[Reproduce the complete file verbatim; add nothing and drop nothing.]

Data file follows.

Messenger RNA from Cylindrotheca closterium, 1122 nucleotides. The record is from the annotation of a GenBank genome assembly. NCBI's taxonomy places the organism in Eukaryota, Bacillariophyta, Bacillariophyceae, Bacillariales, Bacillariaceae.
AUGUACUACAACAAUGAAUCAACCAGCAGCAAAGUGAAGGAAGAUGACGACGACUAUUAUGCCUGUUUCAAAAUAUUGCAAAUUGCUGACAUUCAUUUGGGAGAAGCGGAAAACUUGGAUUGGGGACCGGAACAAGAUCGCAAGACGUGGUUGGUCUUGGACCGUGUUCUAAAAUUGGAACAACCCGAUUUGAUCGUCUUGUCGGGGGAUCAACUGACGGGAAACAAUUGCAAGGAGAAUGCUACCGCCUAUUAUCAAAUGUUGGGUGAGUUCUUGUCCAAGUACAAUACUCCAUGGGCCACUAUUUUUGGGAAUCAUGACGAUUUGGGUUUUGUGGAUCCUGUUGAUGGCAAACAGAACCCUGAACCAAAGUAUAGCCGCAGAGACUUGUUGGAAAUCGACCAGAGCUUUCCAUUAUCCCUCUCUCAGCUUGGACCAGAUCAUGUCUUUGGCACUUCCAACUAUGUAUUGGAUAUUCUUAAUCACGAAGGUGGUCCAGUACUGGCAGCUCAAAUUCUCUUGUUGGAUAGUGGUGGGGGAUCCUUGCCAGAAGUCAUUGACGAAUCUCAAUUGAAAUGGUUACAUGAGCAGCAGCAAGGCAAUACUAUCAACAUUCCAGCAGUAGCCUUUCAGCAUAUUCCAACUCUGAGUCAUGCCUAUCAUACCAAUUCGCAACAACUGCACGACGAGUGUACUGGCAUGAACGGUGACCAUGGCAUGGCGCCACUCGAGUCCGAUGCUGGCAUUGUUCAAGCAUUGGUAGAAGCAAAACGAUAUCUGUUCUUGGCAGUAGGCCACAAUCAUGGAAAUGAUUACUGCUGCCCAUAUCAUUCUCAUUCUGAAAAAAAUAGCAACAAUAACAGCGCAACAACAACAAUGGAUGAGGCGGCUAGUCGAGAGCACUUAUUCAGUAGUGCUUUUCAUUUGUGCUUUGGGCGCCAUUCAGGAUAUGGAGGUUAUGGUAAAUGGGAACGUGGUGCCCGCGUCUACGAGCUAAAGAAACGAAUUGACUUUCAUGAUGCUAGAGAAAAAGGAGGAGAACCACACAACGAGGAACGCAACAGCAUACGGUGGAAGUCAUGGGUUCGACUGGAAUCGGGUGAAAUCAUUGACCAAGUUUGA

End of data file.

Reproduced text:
Messenger RNA from Cylindrotheca closterium, 1122 nucleotides. The record is from the annotation of a GenBank genome assembly. NCBI's taxonomy places the organism in Eukaryota, Bacillariophyta, Bacillariophyceae, Bacillariales, Bacillariaceae.
AUGUACUACAACAAUGAAUCAACCAGCAGCAAAGUGAAGGAAGAUGACGACGACUAUUAUGCCUGUUUCAAAAUAUUGCAAAUUGCUGACAUUCAUUUGGGAGAAGCGGAAAACUUGGAUUGGGGACCGGAACAAGAUCGCAAGACGUGGUUGGUCUUGGACCGUGUUCUAAAAUUGGAACAACCCGAUUUGAUCGUCUUGUCGGGGGAUCAACUGACGGGAAACAAUUGCAAGGAGAAUGCUACCGCCUAUUAUCAAAUGUUGGGUGAGUUCUUGUCCAAGUACAAUACUCCAUGGGCCACUAUUUUUGGGAAUCAUGACGAUUUGGGUUUUGUGGAUCCUGUUGAUGGCAAACAGAACCCUGAACCAAAGUAUAGCCGCAGAGACUUGUUGGAAAUCGACCAGAGCUUUCCAUUAUCCCUCUCUCAGCUUGGACCAGAUCAUGUCUUUGGCACUUCCAACUAUGUAUUGGAUAUUCUUAAUCACGAAGGUGGUCCAGUACUGGCAGCUCAAAUUCUCUUGUUGGAUAGUGGUGGGGGAUCCUUGCCAGAAGUCAUUGACGAAUCUCAAUUGAAAUGGUUACAUGAGCAGCAGCAAGGCAAUACUAUCAACAUUCCAGCAGUAGCCUUUCAGCAUAUUCCAACUCUGAGUCAUGCCUAUCAUACCAAUUCGCAACAACUGCACGACGAGUGUACUGGCAUGAACGGUGACCAUGGCAUGGCGCCACUCGAGUCCGAUGCUGGCAUUGUUCAAGCAUUGGUAGAAGCAAAACGAUAUCUGUUCUUGGCAGUAGGCCACAAUCAUGGAAAUGAUUACUGCUGCCCAUAUCAUUCUCAUUCUGAAAAAAAUAGCAACAAUAACAGCGCAACAACAACAAUGGAUGAGGCGGCUAGUCGAGAGCACUUAUUCAGUAGUGCUUUUCAUUUGUGCUUUGGGCGCCAUUCAGGAUAUGGAGGUUAUGGUAAAUGGGAACGUGGUGCCCGCGUCUACGAGCUAAAGAAACGAAUUGACUUUCAUGAUGCUAGAGAAAAAGGAGGAGAACCACACAACGAGGAACGCAACAGCAUACGGUGGAAGUCAUGGGUUCGACUGGAAUCGGGUGAAAUCAUUGACCAAGUUUGA